Some heroes rightfully refuse to be lost to history.
More than 80 years after his death, John “Jack” McCormick still stands as one of the greatest athletes Bemidji has ever seen. But his status of immortality more heavily derives from his ultimate sacrifice in World War II and proud descendants who have faithfully upheld his legacy.
“We’ve heard stories about him our whole lives,” said Tom Henderson, McCormick’s great-nephew. “His legacy is important to all of us.”
Henderson, a 1982 Bemidji State University graduate, is one leaf on a big family tree that knows all about McCormick. Henderson is a third-generation BSU alum and an expert on McCormick’s abbreviated yet storied life.
Henderson returned to campus on Monday, Aug. 14, for the first time in years to give his daughter, Caroline, a tour. He tried to surprise her by showing her an old banner of McCormick that used to hang in the since-renovated Physical Education Complex, but it’s no longer on display. Yet, thanks to happenstance, the supposed dead-end was anything but.
In search of the banner, the two were directed across campus to the David Park House, which stores many of the old Hall of Fame plaques that have since been replaced in the Physical Education Complex. McCormick was an inaugural member of BSU’s Athletics Hall of Fame in 1978, and his plaque had floated around campus because administrators couldn’t track down any family members to whom they could bestow it.
Until Monday, it was housed in the office of Michael Herbert, a criminal justice professor who also authored the book "Leaving Campus: A World War II Epitaph," which chronicles the lives of McCormick and other former Bemidji State students who died while serving in World War II.
Familial ownership was restored on Monday. The Hendersons accepted an instantly treasured piece of family history by simply being in the right place at the right time.
“It was so emotional,” said Henderson, who lives in Victoria, Minn., but is in town visiting family on Lake Movil. “I had so much fun, especially because it wasn’t expected. It was just like, ‘Oh, I want to show her this banner.’ They said, ‘No, it’s not here. You should check the house up the street.’ … It was a lot of fun.”
As embodied by their determined journey, the memory of McCormick is still strong. Henderson’s mother, Pat, remembers her uncle for the tea parties he joined and the little red wagon he once gifted her. Undoubtedly, “he would have been a wonderful father,” she said.
Tom Henderson’s biggest tribute is through the naming of his son, John McCormick Henderson. And both bear a striking likeness to a worthy ancestor.
“When we saw the plaque, my daughter pointed out, ‘Gosh, there’s still a family resemblance, dad,’” Tom said. “My two brothers don’t look like me at all. They take from the other side of the family. But I look more like John McCormick. My son looks exactly like me, and one of my cousins looks exactly like me. It keeps popping through where it’s like, ‘Wow, that’s exactly like the McCormick side.’”
The success and service of Jack McCormick
McCormick was a star football and basketball player at both Bemidji High School and Bemidji State in the 1930s and 1940s, eventually posthumously joining the inaugural class in each school’s Hall of Fame.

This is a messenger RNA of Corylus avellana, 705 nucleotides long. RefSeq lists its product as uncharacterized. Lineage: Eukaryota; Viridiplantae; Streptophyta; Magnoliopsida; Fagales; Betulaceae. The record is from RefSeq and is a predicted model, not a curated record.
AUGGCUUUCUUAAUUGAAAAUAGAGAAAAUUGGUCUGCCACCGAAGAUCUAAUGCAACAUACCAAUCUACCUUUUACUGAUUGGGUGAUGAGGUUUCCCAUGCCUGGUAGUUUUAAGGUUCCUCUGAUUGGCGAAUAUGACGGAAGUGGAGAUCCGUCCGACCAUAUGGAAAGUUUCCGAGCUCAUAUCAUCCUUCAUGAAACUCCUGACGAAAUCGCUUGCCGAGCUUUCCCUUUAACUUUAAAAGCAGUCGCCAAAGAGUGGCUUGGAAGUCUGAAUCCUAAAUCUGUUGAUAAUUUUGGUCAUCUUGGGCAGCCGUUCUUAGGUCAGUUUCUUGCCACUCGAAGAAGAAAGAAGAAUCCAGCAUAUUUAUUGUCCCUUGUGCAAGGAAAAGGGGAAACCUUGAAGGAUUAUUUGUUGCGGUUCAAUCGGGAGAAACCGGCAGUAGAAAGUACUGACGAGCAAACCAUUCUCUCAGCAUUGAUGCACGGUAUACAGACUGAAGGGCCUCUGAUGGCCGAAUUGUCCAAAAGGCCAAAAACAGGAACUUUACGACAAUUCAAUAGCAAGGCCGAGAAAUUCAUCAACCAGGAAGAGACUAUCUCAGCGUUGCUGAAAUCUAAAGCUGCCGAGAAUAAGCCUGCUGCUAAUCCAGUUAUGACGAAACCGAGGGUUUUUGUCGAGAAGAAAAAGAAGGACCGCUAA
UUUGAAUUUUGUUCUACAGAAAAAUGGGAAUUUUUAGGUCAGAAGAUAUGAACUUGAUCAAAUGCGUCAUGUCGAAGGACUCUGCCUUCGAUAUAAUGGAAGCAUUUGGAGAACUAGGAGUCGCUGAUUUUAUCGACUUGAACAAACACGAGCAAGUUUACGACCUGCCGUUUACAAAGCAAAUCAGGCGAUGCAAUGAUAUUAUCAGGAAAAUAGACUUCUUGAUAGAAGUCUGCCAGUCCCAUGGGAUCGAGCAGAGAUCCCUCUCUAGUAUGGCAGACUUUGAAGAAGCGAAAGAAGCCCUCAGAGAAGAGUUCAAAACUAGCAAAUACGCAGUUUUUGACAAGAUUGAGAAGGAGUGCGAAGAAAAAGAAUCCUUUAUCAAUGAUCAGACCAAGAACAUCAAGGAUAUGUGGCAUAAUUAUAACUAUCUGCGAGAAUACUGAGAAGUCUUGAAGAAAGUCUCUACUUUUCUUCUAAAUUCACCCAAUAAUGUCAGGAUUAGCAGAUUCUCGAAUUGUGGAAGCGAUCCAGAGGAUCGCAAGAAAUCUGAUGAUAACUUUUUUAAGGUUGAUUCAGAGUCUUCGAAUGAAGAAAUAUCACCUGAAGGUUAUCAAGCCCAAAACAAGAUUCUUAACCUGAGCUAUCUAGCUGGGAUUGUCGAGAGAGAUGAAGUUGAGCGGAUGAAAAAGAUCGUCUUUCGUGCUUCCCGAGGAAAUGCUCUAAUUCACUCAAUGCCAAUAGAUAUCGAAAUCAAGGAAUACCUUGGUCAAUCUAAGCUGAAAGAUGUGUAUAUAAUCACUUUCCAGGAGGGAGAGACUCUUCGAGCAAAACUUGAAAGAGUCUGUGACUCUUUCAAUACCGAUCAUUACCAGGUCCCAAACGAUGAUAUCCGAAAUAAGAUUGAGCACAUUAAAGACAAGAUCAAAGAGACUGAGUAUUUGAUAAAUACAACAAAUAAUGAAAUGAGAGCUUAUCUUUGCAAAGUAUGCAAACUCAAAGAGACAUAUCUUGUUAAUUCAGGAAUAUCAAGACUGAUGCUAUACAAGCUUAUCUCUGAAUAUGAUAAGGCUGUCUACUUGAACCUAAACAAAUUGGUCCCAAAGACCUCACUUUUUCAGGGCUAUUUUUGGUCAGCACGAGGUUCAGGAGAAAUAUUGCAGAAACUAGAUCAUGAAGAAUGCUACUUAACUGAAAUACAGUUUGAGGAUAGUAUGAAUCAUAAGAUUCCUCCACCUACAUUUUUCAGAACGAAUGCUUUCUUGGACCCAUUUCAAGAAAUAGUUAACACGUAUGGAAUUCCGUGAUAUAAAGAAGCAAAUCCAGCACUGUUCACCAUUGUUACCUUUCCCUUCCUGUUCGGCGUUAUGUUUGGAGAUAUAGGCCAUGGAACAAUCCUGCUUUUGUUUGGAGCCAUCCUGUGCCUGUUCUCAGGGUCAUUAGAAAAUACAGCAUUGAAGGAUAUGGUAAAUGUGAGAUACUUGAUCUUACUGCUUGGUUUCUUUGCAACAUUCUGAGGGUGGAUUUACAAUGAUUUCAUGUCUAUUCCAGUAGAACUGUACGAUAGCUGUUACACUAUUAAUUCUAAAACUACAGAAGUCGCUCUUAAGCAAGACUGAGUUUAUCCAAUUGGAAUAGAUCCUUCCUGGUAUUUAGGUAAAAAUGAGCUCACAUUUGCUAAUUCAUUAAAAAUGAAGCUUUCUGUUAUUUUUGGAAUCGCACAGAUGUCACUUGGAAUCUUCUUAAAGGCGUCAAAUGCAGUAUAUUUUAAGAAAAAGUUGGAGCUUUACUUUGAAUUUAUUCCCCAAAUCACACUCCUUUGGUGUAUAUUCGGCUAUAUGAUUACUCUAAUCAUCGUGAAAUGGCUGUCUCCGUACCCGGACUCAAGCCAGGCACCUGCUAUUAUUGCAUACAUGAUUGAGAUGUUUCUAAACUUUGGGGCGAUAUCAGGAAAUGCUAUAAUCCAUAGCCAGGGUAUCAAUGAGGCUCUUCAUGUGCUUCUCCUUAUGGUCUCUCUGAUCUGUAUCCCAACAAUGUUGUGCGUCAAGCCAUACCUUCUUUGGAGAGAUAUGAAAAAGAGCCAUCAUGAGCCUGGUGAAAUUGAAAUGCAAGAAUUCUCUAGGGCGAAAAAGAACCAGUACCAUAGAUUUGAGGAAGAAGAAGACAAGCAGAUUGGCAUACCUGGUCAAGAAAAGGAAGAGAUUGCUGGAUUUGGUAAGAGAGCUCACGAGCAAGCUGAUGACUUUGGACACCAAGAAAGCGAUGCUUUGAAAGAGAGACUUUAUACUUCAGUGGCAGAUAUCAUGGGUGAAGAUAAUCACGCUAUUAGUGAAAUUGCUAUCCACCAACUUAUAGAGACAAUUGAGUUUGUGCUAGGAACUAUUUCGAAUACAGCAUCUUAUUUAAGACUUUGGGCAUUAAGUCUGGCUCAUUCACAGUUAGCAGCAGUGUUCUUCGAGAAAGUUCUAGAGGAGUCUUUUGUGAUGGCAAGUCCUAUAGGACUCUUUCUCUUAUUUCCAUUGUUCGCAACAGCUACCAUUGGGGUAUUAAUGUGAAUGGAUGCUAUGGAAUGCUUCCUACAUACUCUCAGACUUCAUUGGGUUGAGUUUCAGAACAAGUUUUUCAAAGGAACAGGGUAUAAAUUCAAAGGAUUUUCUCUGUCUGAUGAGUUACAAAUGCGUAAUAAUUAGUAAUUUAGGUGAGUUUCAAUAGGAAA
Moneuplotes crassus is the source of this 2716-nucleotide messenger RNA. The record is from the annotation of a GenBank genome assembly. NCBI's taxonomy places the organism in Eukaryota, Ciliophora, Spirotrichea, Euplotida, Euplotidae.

During his senior year with the Lumberjacks, McCormick captained the football team to an unprecedented 7-0 record in 1935 and was the best defender on the basketball team’s first-ever state championship squad in 1936.
After graduating high school, McCormick donned the green and white at Bemidji State Teachers College. He was an all-conference player in both football and basketball, also helping the hoops reach the NAIA national tournament three times.
But while McCormick was under consideration for “big-time professional” football, World War II raged all facets of everyday American life. He sacrificed athletics and donned a new uniform, enlisting in the U.S. Air Force and training as a B-24 bomber pilot in the 67th Bomber Squadron and 44th Bombardment Group.
Grave news regrettably printed in the Feb. 22, 1943, edition of the Bemidji Daily Pioneer: “Word has been received here by Mrs. John McCormick from the war department that her son Lieut. Jack McCormick has been reported missing in action in the western European area since Feb. 16.”
McCormick died during a bombing mission in 1943 at just 24 years old. While co-piloting his B-24, named “Miss Marcia Anne,” over the English Channel, another aircraft malfunctioned and struck McCormick’s. Both planes burst into flames and plunged into the water. Another member of the squadron later journaled this tragic line about J.B. Long, McCormick’s co-pilot: “The man never had a chance.”
McCormick’s body was never found, but he has a gravesite in Bemidji and a memorial marker at Arlington National Cemetery in Virginia.
He posthumously received a Purple Heart, awarded to those wounded or killed while serving their country, and it remains in the possession of the Henderson family. He was also one of the first Americans to receive an Air Medal, awarded for single acts of heroism while participating in aerial flight.
McCormick is one of 20 former Bemidji State students killed during World War II and yet, for many reasons, will forever be one of the greatest figures to ever pass through town.
“Bemidji gave up one of its best,” Henderson said.
Jack McCormick, one of Bemidji’s most successful athletes, did even more for his country
He captained an undefeated football team and was the best defender on a state championship basketball team at Bemidji High School. But his greatest accomplishment came by serving his country. Meet Jack McCormick, the Purple Lumberjack.